For such bidirectional payment channel, a multisig wallet is necessary, whereas, in traditional wallet transactions, only the sender has to sign the transactions with their private key, but in multisig wallet transactions, both the sender and receiver need to sign the transactions.

To properly understand this concept let’s take a few examples:

Example 1: Direct Payment Channel

Suppose Harsh and I are business partners and we regularly need to send and receive money from each other.

Step 1: First we will open a payment channel between our wallets and put in (commit) let’s say 1 BTC each in the channel. Now the total amount in the channel is 2 BTC. This complete step takes place on-chain.

Step 2: Now with 2 BTC in the channel we can carry out any number of to-and-fro transactions within the limit of 2 BTC. This will be done off-chain, that is, without broadcasting to the blockchain. Therefore, here there is no need for paying fees or wait for confirmations and transactions can take place instantaneously.

Step 3: Suppose now we have finished our business and now we no longer need to transact with each other. In such a case we will close down the created payment channel by broadcasting the current status of the payment channel and the final settlement of 2 BTC will be redeemed in our respective wallets. This step too takes place on-chain.

Therefore, we see that, only for opening and closing of a channel, broadcasting to the blockchain is necessary and not while transacting within a channel. 

If you like to learn watching videos, here is a video that explains Lightning network in a simple to understand language:

Example 2: Routed Payment Channel

Now suppose Harsh is a local car dealer and I need to transact with him just once. In such a scenario, opening and closing of the channel just for one transaction will be expensive. In such cases, the routing of Bitcoin payments with indirect channels can be done.

Let’s suppose we both have an open channel with a local pizza store. Here I can still pay Harsh with this indirect channel via pizza store node, provided all channels have sufficient funds in it.

Similarly, I can transact with anyone anywhere in the world via this indirect channel routing where there can be multiple nodes and channels in between and I just need to a route or network of nodes that let me connect/reach to the recipient.

In both examples, if the counterparty is malicious or even if the in-between a channel is malicious then your funds are refunded back to your wallet within a time limit. This is done via a technology called Hash Timelock Contract.

Although as revolutionary as it sounds it also has some concerns:

There are concerns regarding how this model might work with large transaction amounts since for such transactions the intermediate channels should also have a large number of funds committed in them.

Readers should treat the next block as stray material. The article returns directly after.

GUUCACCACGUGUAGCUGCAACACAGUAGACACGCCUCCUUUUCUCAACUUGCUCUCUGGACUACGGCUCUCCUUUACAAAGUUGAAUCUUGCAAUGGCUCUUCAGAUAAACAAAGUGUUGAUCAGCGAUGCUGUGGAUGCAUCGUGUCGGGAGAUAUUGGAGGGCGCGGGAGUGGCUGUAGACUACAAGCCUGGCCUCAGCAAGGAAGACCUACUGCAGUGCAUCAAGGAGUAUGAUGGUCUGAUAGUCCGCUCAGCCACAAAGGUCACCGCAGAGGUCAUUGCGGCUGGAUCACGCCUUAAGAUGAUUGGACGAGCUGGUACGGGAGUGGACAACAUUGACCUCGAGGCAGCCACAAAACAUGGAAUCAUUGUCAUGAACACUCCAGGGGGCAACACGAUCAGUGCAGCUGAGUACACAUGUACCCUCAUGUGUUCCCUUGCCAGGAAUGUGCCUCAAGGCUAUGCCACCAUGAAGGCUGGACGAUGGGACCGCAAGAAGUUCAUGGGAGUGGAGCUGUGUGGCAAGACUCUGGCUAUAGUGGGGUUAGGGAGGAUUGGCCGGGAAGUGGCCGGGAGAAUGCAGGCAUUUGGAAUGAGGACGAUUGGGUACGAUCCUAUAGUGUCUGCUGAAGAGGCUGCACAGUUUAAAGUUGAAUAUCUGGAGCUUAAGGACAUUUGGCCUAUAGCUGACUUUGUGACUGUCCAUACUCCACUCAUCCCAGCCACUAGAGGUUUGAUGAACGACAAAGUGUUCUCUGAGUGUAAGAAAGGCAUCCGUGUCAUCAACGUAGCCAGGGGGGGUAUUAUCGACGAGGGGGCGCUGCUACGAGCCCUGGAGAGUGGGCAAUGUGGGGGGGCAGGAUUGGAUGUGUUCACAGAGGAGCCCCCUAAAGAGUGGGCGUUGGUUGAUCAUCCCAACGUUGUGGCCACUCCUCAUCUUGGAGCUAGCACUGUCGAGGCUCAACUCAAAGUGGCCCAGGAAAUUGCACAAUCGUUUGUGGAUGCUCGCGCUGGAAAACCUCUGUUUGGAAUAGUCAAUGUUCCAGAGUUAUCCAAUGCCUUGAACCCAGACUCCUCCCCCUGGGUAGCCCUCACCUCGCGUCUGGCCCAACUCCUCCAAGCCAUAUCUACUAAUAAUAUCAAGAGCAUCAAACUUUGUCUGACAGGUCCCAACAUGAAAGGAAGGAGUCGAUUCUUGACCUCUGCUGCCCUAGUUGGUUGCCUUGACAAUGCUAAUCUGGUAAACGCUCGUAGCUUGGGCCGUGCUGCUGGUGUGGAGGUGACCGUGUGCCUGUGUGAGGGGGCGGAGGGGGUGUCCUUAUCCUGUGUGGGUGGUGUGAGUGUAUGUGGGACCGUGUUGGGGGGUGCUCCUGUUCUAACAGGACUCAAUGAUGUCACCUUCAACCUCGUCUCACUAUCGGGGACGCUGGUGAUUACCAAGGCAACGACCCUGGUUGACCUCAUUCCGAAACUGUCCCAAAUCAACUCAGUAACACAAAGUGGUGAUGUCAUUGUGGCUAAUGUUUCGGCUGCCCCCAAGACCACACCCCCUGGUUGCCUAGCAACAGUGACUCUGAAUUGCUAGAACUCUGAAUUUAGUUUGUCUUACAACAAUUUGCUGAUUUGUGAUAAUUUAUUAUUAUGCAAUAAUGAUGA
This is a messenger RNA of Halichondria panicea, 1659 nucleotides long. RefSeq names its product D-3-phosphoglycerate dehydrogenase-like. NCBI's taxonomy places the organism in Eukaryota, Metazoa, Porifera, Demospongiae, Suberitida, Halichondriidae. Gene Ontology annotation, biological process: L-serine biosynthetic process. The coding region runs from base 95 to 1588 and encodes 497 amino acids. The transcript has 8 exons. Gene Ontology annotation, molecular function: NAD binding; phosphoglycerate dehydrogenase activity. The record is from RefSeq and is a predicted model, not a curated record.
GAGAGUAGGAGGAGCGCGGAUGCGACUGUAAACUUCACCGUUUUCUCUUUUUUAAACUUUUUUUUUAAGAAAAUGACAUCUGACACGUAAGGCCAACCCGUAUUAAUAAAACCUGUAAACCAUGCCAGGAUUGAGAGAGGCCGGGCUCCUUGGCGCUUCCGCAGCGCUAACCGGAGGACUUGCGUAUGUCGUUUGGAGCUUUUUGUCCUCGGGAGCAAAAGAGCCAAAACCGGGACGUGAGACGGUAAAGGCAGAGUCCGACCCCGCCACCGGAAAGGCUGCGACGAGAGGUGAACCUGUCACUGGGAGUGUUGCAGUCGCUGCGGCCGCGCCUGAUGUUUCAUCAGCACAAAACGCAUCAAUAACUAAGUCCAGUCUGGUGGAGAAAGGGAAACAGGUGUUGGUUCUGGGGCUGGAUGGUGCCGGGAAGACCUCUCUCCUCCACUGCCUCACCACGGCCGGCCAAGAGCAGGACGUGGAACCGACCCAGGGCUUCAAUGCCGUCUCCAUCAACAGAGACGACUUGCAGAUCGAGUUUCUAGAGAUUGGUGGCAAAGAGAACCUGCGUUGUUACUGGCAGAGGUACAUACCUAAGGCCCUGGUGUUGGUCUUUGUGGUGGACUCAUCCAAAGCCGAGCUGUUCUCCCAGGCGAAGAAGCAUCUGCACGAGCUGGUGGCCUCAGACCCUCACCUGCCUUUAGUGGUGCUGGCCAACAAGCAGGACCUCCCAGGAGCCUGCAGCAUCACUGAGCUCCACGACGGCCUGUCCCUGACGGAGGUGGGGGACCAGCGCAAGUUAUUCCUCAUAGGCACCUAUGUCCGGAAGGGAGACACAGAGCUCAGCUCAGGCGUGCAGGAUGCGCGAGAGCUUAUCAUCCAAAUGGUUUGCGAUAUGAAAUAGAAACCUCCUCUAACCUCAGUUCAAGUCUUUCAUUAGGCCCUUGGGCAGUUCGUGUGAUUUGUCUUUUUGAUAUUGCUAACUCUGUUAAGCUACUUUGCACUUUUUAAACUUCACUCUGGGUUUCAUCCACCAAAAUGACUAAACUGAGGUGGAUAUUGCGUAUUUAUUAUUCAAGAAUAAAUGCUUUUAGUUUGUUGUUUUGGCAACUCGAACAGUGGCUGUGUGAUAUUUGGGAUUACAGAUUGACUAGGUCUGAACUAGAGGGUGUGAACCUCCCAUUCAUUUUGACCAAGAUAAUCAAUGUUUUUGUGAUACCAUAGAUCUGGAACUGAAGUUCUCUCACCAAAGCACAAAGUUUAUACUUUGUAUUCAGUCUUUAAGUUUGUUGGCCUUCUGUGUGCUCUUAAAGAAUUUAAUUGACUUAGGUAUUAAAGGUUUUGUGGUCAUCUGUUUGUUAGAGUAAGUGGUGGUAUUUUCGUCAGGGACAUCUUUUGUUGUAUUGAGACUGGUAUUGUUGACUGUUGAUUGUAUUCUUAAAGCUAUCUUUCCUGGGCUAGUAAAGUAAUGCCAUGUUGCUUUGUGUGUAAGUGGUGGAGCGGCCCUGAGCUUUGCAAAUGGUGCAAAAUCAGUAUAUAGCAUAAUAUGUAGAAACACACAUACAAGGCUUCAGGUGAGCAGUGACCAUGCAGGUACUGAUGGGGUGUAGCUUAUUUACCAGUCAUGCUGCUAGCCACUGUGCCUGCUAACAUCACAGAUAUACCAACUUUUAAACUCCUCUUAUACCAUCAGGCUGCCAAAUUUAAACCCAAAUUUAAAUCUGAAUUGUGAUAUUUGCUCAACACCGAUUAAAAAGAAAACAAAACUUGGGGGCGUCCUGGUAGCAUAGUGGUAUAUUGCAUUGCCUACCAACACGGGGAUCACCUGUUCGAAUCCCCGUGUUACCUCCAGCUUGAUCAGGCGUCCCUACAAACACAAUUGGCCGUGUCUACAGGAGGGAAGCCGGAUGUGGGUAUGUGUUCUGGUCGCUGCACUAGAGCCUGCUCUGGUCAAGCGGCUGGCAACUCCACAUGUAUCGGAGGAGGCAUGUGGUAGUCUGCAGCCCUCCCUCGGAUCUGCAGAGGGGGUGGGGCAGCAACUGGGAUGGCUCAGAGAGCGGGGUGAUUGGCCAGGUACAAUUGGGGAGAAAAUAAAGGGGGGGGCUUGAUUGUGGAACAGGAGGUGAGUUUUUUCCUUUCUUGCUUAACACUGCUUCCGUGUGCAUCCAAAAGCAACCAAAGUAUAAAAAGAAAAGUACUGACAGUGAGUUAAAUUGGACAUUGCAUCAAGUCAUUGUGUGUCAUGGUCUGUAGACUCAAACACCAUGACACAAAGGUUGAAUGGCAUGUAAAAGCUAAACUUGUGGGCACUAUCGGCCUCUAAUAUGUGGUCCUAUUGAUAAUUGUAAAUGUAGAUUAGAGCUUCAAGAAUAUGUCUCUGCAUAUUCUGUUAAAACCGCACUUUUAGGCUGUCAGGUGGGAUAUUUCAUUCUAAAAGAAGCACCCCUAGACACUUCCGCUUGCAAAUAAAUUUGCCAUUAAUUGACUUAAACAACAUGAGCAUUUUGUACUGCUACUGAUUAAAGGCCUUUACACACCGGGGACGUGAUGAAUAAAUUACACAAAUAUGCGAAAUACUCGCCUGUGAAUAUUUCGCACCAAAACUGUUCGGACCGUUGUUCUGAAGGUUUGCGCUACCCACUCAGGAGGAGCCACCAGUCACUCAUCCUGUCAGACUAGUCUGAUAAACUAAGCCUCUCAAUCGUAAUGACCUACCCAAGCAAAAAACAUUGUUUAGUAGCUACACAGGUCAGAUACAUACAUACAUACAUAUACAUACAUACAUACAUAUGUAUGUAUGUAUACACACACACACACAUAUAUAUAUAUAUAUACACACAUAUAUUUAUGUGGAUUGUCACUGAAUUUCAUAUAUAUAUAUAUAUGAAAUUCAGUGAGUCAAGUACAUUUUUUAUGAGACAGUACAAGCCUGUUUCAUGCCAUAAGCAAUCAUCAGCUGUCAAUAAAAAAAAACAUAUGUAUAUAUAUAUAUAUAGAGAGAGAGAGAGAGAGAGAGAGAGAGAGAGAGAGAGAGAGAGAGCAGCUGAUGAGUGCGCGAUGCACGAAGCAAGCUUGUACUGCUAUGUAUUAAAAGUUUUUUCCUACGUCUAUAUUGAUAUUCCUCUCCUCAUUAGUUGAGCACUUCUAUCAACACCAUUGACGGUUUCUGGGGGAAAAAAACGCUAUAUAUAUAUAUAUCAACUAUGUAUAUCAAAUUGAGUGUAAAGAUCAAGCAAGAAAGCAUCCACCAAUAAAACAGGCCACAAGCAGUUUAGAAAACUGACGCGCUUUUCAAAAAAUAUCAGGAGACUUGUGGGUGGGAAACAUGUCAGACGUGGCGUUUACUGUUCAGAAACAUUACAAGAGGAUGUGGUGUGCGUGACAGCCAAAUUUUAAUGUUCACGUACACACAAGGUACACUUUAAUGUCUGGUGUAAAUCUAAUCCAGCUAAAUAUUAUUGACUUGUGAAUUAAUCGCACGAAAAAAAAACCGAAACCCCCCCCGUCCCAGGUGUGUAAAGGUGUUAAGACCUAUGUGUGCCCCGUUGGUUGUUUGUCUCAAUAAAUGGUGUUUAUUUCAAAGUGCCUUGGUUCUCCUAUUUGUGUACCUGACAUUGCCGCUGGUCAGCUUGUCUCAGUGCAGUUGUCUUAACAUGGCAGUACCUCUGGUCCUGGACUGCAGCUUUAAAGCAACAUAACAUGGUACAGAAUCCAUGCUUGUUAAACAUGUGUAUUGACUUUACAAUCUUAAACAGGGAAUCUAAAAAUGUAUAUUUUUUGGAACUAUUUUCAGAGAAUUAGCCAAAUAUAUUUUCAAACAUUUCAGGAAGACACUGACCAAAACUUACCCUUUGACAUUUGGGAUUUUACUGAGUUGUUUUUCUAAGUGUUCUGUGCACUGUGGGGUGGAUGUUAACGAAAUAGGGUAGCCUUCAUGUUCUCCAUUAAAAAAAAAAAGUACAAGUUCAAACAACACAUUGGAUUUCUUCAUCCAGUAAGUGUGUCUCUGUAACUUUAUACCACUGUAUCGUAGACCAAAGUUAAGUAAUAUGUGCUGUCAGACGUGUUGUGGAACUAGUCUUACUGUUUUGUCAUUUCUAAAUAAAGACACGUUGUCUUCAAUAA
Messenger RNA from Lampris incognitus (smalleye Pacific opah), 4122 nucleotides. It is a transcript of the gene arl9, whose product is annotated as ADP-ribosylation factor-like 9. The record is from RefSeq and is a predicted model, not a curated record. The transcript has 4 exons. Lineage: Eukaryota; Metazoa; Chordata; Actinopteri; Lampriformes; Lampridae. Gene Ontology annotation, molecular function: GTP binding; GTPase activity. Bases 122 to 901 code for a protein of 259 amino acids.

There are fears that such huge capital requirements can lead to the formation of centralized hubs whose sole purpose will be to provide lightning node as service. 

Such a hub-and-spoke model can bring some degree of centralization to the network. That’s why how these concerns are addressed remains to be seen once we practically start using the lightning network at large scale.

And when we will see large scale adoption, well the adoption will increase slowly because it is not a definitive change rather it is an iterative change and its adoption will also be iterative. That’s why there is be no point in time where we will say that Lightning Networks is completely deployed. And the same thing Jameson Lopp, a cypherpunk has mentioned in his tweet in early January 2018.

But, anyways do watch this short video on misconceptions about Lightning network as it will definitely address some of the obvious questions.

Update: The Lightning network is bigger than ever as it has now grown into a total capacity of 100 BTC with 12 K live channels. And also BTC payment processors like CoinGate is adding all of its 4000 merchants on the off-chain solution of Bitcoin Lightning network.

Do let me know your views on Bitcoin Lightning network and how do you think it will change the whole landscape of decentralized currencies?

Official Lightning Resources:

Further Suggested Readings:

3 thoughts on “Bitcoin Lightning Network: Why & How It’s a Game Changer”

  1. Anna Evans

    Well, it is a very complicated process, I’m not sure it will bring a lot of changes.

  2. Alan

    great post, will be quite a challenge to see how lightning network side chains fare against on-chain scaling of bitcoin-cash. no matter what, the future is bright!

  3. Gopesh

    Pranjal great post.Kindly keep us posted about it.